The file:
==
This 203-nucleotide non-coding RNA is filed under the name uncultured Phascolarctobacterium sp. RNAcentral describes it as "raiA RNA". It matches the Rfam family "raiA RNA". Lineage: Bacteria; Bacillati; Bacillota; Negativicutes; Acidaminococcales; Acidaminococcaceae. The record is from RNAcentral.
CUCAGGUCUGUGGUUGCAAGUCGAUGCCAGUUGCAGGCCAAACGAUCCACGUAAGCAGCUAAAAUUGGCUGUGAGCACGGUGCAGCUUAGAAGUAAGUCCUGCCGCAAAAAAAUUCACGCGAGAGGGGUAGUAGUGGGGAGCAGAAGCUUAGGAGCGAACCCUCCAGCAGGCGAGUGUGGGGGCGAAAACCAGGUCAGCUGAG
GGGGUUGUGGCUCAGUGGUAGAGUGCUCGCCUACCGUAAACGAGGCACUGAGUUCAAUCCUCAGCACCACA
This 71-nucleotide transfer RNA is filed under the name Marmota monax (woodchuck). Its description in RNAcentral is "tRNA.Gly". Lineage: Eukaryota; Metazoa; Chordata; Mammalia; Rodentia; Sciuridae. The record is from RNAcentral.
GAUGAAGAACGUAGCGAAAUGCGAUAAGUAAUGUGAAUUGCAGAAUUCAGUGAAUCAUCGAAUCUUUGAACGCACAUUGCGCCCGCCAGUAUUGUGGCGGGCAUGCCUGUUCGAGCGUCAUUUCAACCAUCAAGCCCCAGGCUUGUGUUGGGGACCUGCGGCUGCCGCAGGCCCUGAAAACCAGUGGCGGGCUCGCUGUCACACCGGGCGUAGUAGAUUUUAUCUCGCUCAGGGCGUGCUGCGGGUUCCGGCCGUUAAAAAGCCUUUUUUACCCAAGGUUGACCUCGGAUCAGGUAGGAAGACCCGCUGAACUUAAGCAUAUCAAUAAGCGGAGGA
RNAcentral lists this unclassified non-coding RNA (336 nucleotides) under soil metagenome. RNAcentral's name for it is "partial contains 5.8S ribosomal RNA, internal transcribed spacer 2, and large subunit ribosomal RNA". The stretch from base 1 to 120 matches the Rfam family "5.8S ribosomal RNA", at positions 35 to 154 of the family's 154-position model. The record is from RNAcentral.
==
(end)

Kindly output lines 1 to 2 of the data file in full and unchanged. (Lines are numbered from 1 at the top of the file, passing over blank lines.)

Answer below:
This 203-nucleotide non-coding RNA is filed under the name uncultured Phascolarctobacterium sp. RNAcentral describes it as "raiA RNA". It matches the Rfam family "raiA RNA". Lineage: Bacteria; Bacillati; Bacillota; Negativicutes; Acidaminococcales; Acidaminococcaceae. The record is from RNAcentral.
CUCAGGUCUGUGGUUGCAAGUCGAUGCCAGUUGCAGGCCAAACGAUCCACGUAAGCAGCUAAAAUUGGCUGUGAGCACGGUGCAGCUUAGAAGUAAGUCCUGCCGCAAAAAAAUUCACGCGAGAGGGGUAGUAGUGGGGAGCAGAAGCUUAGGAGCGAACCCUCCAGCAGGCGAGUGUGGGGGCGAAAACCAGGUCAGCUGAG